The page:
Ten GOP senators, one Cabinet member and a senior presidential adviser last night joined 70 other guests at $1,000-a-ticket fund-raiser for Sen. Samuel I. Hayakawa's (R-Calif.) reelection campaign. No one seemed to be particulary concerned that the president's daughter is in the same race.
But then, you couldn't exactly say that everyone roaming around Gilbert and Gerry Nettleton's elegant oyster-white penthouse apartment was overwhelmingly endorsing Hayakawa, either.
"It doesn't mean a thing," said Attorney General William French Smith, when asked why he was at the reception, co-hosted by Sens. Paul Laxalt (R-Nev.) and Howard Baker (R-Tenn.), along with the Nettletons.
Edging out the door, Smith said, "I've known the senator Hayakawa and the Nettletons for a long time, and I only dropped by for a minute as a friend. I'm here on a purely social basis." The social visit lasted approximately seven minutes.
"Sam is the Republican senator from California, that's why I'm here," said White House deputy chief of staff Michael Deaver. It was "not at all" because Deaver is endorsing Hayakawa. "Sam has been very supportive of the president."
"It's generally customary for a senator to lend his name for a fund-raiser for one of his colleagues, but that doesn't necessarily mean he's going to take an active part in the campaign," drawled Sen. Strom Thurmond (R-S.C.) between bites of salmon. "We'll just have to see . . ."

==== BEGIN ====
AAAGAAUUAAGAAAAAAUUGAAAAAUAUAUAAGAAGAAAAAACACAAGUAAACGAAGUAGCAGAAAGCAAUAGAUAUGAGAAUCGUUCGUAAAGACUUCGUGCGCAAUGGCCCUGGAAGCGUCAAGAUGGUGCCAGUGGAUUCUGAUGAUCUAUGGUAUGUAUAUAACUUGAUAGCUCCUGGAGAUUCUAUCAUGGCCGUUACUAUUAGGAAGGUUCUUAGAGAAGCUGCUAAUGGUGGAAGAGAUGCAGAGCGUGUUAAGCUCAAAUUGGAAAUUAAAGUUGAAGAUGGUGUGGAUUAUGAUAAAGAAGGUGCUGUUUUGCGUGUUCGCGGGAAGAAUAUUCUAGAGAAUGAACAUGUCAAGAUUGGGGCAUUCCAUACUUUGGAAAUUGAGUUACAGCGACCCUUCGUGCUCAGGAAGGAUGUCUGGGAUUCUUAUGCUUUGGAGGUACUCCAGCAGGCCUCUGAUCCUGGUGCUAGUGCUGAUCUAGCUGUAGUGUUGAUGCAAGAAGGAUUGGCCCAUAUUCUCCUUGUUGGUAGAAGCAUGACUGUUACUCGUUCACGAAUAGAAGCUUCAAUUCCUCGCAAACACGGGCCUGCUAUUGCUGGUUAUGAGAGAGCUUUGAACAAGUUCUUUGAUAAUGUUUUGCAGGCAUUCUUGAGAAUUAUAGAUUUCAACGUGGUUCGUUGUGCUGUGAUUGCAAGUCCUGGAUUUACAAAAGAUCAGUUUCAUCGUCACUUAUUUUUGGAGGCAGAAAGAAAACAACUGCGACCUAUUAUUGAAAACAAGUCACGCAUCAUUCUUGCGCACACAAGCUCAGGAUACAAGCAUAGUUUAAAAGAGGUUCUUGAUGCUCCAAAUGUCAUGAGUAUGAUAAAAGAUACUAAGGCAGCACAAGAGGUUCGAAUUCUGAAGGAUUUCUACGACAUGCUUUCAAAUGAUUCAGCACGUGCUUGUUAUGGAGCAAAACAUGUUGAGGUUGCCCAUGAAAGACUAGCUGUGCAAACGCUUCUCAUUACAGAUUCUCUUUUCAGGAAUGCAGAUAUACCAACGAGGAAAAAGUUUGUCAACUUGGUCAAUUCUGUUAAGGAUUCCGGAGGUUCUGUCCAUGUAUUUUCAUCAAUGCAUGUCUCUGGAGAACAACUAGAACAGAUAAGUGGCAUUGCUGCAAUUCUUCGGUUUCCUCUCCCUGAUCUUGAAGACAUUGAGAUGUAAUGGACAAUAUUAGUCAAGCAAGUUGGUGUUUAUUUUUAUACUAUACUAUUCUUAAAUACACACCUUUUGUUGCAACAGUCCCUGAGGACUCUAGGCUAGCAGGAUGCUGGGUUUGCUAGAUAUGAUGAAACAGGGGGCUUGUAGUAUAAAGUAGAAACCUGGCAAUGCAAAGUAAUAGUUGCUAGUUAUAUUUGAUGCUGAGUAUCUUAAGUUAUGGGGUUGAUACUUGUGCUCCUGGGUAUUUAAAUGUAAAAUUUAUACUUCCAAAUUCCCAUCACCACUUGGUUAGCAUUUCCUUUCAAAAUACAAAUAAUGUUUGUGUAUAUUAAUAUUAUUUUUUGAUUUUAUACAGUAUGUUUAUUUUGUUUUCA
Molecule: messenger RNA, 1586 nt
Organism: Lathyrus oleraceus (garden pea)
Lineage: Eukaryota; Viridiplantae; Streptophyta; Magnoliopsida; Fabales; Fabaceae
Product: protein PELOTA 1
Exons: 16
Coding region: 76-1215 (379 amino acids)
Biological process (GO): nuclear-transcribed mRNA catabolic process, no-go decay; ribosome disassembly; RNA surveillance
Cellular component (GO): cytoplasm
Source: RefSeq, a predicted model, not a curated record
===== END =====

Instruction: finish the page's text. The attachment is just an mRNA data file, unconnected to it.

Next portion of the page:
Hayakawa has a rough year of campaigning ahead and last night's $30,000 boost to the campaign coffers will buy about one television ad in California. So far, there are at least six people in the primary race, including Maureen Reagan, Rep. Barry Goldwater Jr. (R-Calif.), San Diego Mayor Pete Wilson and Rep. Pete McCloskey (R-Calif.). On the Democratic side, Gov. Jerry Brown is also flirting with the race. Recent polls show Hayakawa trailing.
"Those polls don't mean a thing," said Gerry Nettleton, Hayakawa's fund-raiser. "People in California are very flaky. You just never know how they're going to vote," she said. Gerry Nettleton moved here from California six years ago.
And if the 75-year-old Hayakawa is at all worried, he wasn't letting on last night.
"They're all stubborn enough not to drop out of the race, and the more people in there the better it is for me," said Hayakawa, sporting his familiar red, gold and blue tam. "With all those people in the race, they'll split the vote and I'll win.
"I also have a 98-percent name recognition in the state. None of the other people do . . . except Maureen Reagan and that's not in her own right," he said, rolling his eyes. And that's all he'd say about his opponent.
"She's a heck of a campaigner and a very bright and talented girl," said Laxalt of the president's daughter. Laxalt, often referred to as the president's best friend in the Senate, said he is supporting "Sam." "I told Maureen that just the other day," he said. "She asked me, so I told her. She expected it."
"Quite frankly," said Alan Hayakawa, the senator's son, "she's sounding more and more liberal these days. I'm not so sure the administration is too happy with her out there esposuing views to the left of Ronald Reagan."